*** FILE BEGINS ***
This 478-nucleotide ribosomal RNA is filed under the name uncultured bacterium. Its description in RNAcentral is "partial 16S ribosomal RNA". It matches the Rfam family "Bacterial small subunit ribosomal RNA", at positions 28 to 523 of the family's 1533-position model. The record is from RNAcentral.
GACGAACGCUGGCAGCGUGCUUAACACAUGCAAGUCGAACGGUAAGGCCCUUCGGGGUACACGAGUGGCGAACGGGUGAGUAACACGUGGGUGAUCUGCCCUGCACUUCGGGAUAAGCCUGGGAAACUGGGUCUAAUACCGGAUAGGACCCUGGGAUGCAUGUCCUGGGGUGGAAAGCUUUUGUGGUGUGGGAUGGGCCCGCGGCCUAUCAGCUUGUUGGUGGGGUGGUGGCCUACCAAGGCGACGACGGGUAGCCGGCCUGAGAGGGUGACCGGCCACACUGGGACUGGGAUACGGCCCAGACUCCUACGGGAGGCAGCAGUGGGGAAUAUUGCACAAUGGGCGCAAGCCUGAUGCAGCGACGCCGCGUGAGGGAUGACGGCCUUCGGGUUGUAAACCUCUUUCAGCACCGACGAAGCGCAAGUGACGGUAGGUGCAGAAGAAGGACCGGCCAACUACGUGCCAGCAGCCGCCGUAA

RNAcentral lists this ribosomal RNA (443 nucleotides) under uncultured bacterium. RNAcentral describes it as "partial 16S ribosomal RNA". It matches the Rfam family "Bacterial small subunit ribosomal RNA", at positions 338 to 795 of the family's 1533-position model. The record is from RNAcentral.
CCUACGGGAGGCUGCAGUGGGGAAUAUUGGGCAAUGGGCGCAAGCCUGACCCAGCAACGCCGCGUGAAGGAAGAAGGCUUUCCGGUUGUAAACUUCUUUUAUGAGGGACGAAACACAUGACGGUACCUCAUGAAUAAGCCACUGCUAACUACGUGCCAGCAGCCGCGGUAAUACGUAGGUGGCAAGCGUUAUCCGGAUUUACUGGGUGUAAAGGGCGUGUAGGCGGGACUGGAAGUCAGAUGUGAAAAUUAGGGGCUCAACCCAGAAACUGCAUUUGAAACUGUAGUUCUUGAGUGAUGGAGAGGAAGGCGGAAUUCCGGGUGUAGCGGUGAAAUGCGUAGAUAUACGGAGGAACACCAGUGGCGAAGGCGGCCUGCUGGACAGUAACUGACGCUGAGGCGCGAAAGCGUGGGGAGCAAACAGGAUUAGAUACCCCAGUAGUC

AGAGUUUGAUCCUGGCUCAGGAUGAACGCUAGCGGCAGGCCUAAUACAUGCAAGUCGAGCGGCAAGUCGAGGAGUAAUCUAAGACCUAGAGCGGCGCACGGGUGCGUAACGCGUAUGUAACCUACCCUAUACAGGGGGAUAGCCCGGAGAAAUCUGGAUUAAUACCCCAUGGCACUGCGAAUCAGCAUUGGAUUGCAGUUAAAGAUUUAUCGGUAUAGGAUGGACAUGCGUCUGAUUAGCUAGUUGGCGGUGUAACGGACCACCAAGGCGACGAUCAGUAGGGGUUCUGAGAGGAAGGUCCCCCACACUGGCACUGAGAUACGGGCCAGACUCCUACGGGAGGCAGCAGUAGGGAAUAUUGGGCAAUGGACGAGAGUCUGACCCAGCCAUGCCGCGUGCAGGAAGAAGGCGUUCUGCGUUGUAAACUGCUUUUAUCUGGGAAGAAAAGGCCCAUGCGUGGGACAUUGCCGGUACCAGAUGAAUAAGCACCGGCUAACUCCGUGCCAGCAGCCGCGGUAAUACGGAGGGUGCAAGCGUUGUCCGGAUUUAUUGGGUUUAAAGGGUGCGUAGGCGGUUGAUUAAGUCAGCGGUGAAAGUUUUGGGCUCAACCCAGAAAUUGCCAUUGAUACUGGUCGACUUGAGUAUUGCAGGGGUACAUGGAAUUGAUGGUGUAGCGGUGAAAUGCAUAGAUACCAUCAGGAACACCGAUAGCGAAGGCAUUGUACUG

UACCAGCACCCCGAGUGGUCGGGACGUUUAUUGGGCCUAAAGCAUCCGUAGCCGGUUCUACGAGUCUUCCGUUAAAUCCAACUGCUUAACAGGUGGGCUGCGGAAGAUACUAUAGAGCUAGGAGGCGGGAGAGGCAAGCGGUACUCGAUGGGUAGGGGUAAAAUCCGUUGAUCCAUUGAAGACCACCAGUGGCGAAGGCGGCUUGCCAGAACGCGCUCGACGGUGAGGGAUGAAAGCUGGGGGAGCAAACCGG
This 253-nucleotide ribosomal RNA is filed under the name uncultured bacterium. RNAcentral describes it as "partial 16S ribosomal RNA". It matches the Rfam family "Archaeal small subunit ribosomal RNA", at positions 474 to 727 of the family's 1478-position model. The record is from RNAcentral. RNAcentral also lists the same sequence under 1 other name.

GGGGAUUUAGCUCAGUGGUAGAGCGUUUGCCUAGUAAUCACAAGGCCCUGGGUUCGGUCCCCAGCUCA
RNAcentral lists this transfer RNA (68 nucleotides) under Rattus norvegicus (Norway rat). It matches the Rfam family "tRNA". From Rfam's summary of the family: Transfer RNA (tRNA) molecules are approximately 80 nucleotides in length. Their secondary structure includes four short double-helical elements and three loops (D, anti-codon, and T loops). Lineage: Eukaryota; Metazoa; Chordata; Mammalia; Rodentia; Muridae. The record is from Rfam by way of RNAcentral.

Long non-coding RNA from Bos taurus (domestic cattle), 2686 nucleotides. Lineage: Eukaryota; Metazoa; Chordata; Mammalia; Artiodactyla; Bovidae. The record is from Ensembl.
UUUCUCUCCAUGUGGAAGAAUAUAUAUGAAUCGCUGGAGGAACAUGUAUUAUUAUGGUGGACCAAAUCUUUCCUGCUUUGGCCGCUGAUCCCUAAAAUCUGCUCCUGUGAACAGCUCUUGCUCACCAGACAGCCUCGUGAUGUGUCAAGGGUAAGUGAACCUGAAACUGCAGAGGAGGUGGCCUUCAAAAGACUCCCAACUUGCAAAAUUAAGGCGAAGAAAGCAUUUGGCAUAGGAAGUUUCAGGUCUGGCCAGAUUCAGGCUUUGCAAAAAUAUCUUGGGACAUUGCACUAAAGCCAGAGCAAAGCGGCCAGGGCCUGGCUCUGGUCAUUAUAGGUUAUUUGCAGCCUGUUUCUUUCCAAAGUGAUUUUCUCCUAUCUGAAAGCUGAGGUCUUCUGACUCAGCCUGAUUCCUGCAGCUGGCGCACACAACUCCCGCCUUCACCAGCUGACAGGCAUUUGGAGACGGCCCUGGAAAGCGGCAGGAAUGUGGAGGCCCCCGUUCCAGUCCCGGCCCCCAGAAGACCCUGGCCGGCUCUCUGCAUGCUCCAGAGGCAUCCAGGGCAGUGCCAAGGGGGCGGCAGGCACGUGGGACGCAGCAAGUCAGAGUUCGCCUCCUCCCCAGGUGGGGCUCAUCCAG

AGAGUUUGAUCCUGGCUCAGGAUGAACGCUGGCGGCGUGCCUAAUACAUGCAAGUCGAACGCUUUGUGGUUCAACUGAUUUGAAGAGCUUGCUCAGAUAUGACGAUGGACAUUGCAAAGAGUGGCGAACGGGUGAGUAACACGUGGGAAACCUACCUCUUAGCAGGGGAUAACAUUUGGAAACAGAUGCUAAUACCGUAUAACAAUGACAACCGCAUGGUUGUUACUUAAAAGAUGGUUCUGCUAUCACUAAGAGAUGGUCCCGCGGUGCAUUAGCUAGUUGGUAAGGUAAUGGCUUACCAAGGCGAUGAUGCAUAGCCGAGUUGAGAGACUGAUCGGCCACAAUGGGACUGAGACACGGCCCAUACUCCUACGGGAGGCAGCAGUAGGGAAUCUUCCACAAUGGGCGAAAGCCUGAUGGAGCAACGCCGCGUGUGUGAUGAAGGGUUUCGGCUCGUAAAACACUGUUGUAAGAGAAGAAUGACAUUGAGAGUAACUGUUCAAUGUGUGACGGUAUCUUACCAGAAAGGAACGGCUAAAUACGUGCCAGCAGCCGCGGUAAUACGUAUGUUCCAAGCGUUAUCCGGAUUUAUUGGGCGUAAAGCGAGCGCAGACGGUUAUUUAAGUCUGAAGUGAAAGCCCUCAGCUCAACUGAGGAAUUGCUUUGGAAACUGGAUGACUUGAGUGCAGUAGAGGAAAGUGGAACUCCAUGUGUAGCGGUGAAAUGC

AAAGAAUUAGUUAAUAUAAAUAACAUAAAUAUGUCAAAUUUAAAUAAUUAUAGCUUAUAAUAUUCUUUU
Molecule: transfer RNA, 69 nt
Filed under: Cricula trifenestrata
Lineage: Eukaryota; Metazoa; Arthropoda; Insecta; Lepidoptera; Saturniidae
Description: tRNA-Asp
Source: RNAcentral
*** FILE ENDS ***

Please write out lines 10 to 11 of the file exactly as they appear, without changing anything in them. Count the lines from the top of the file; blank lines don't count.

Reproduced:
Long non-coding RNA from Bos taurus (domestic cattle), 2686 nucleotides. Lineage: Eukaryota; Metazoa; Chordata; Mammalia; Artiodactyla; Bovidae. The record is from Ensembl.
UUUCUCUCCAUGUGGAAGAAUAUAUAUGAAUCGCUGGAGGAACAUGUAUUAUUAUGGUGGACCAAAUCUUUCCUGCUUUGGCCGCUGAUCCCUAAAAUCUGCUCCUGUGAACAGCUCUUGCUCACCAGACAGCCUCGUGAUGUGUCAAGGGUAAGUGAACCUGAAACUGCAGAGGAGGUGGCCUUCAAAAGACUCCCAACUUGCAAAAUUAAGGCGAAGAAAGCAUUUGGCAUAGGAAGUUUCAGGUCUGGCCAGAUUCAGGCUUUGCAAAAAUAUCUUGGGACAUUGCACUAAAGCCAGAGCAAAGCGGCCAGGGCCUGGCUCUGGUCAUUAUAGGUUAUUUGCAGCCUGUUUCUUUCCAAAGUGAUUUUCUCCUAUCUGAAAGCUGAGGUCUUCUGACUCAGCCUGAUUCCUGCAGCUGGCGCACACAACUCCCGCCUUCACCAGCUGACAGGCAUUUGGAGACGGCCCUGGAAAGCGGCAGGAAUGUGGAGGCCCCCGUUCCAGUCCCGGCCCCCAGAAGACCCUGGCCGGCUCUCUGCAUGCUCCAGAGGCAUCCAGGGCAGUGCCAAGGGGGCGGCAGGCACGUGGGACGCAGCAAGUCAGAGUUCGCCUCCUCCCCAGGUGGGGCUCAUCCAG